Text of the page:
Oxygen transport in resting skeletal muscle. Theory vs experiment

Research output: Contribution to journalConference articlepeer-review

Abstract

Mathematical models are formulated for oxygen transport between blood vessels and muscle tissue in terms of nonlinear partial differential equations describing oxygen diffusion, convection, and chemical reactions. The effect of oxygen convection by capillaries in the vicinity of arteriolar vessels is systematically investigated. Numerical results are obtained for oxygen flux from artcrioles as a function of capillary velocity, blood hematocrit, capillary spacing, and other relevant physiological parameters. The results are compared with experimental data obtained by microspectrophotometric measurements of hemoglobin saturation in individual arterioles in the hamster cheek pouch retractor muscle, from which the oxygen flux can be evaluated (L.Kuo and R.N. Pittman, Am. J. Physiol. 1989, 1991). A significant discrepancy is found between the predictions and the data. Possible sources of the discrepancy are critically assessed, including the assumptions regarding the Krogh diffusion coefficient and the intravascular transport. New results are also obtained on intracapillary transport of oxygen: the effects of red blood cell shape and oxygen dissociation curve on the capillary mass transfer coefficient are investigated. (Supported by NIH grant HL 18292.)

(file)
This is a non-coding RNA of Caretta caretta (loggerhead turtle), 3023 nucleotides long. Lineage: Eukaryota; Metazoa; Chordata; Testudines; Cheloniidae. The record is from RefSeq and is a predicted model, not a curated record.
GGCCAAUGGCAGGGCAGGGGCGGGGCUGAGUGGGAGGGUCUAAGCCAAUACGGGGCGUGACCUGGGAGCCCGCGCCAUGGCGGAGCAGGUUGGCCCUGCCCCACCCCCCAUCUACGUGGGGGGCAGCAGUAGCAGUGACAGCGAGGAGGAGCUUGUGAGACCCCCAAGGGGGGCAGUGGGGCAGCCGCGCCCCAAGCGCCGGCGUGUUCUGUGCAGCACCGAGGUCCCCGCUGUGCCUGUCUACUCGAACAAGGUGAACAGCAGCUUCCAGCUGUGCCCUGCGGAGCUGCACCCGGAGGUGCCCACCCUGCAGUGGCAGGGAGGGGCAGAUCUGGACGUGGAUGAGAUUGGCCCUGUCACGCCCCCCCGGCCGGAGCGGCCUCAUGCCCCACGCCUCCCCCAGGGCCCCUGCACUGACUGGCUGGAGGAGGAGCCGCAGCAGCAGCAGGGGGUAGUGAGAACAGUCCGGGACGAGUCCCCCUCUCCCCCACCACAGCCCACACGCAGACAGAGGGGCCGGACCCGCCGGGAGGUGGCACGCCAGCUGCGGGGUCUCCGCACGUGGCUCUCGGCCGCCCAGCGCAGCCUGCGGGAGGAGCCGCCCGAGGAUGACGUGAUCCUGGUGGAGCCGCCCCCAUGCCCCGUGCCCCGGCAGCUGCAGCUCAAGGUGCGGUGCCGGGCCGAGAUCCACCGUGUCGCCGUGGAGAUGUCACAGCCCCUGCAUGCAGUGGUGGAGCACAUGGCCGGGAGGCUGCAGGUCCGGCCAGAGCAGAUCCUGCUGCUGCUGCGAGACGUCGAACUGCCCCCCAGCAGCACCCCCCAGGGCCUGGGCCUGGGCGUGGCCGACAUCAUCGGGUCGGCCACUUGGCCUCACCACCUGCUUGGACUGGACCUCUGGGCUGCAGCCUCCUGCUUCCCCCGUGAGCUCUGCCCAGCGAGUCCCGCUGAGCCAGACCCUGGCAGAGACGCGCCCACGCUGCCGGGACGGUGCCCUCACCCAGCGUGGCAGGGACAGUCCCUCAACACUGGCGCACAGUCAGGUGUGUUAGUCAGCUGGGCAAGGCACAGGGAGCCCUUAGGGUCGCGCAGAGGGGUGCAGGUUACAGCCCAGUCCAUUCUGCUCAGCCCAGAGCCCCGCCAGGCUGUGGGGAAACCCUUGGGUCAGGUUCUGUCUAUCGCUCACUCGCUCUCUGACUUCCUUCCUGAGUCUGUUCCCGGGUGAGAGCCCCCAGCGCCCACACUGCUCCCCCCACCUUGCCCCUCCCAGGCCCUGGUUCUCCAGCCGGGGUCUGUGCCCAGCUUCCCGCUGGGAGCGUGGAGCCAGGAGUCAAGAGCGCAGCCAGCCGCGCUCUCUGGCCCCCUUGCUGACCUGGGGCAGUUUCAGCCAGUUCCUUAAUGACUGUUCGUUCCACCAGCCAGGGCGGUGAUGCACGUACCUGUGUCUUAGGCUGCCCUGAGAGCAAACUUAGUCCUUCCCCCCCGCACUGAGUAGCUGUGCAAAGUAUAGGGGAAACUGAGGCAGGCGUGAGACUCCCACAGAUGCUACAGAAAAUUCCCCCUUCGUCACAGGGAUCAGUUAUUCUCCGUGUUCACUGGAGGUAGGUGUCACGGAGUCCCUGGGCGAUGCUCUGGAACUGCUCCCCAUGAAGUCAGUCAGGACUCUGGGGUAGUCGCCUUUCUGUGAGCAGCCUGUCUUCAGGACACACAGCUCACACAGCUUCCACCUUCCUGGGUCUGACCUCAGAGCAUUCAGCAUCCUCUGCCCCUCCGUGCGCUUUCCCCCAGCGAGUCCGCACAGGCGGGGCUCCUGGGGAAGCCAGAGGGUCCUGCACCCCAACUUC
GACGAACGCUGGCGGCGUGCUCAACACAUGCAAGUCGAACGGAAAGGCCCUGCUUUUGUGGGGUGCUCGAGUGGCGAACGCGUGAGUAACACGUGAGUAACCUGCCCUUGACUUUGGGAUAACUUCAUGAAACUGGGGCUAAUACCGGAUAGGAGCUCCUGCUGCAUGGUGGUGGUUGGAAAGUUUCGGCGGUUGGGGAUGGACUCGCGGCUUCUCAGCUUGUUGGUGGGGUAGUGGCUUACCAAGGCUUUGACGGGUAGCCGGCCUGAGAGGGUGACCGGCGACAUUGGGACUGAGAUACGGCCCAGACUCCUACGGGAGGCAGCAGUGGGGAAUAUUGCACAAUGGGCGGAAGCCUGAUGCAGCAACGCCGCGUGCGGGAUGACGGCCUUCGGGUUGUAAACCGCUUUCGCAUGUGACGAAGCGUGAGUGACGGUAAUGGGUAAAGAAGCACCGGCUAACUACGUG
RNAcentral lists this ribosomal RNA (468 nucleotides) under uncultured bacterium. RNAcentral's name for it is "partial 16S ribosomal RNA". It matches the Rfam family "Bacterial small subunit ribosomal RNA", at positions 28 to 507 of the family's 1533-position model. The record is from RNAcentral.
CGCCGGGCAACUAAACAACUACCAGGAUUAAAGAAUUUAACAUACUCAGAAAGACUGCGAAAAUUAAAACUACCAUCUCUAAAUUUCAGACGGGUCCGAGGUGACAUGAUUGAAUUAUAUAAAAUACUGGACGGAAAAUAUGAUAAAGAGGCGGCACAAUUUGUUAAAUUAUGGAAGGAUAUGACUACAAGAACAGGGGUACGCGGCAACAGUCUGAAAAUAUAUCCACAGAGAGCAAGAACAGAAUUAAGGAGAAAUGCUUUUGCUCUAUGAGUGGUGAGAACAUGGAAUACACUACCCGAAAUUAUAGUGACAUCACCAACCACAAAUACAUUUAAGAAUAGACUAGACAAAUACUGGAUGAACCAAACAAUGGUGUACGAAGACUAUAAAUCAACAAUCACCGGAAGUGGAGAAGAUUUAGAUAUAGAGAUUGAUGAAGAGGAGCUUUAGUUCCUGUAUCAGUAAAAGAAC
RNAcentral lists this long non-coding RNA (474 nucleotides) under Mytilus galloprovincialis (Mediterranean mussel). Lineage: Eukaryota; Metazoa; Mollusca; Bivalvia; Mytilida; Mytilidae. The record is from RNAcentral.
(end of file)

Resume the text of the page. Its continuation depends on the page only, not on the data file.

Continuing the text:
Original languageEnglish (US)
Number of pages1
JournalAnnals of biomedical engineering
Volume19
Issue number5
StatePublished - Dec 1 1991
Event1991 Annual Fall Meeting of the Biomedical Engineering Society - Charlottesville, VA, USA
Duration: Oct 12 1991Oct 14 1991

ASJC Scopus subject areas

  • Biomedical Engineering

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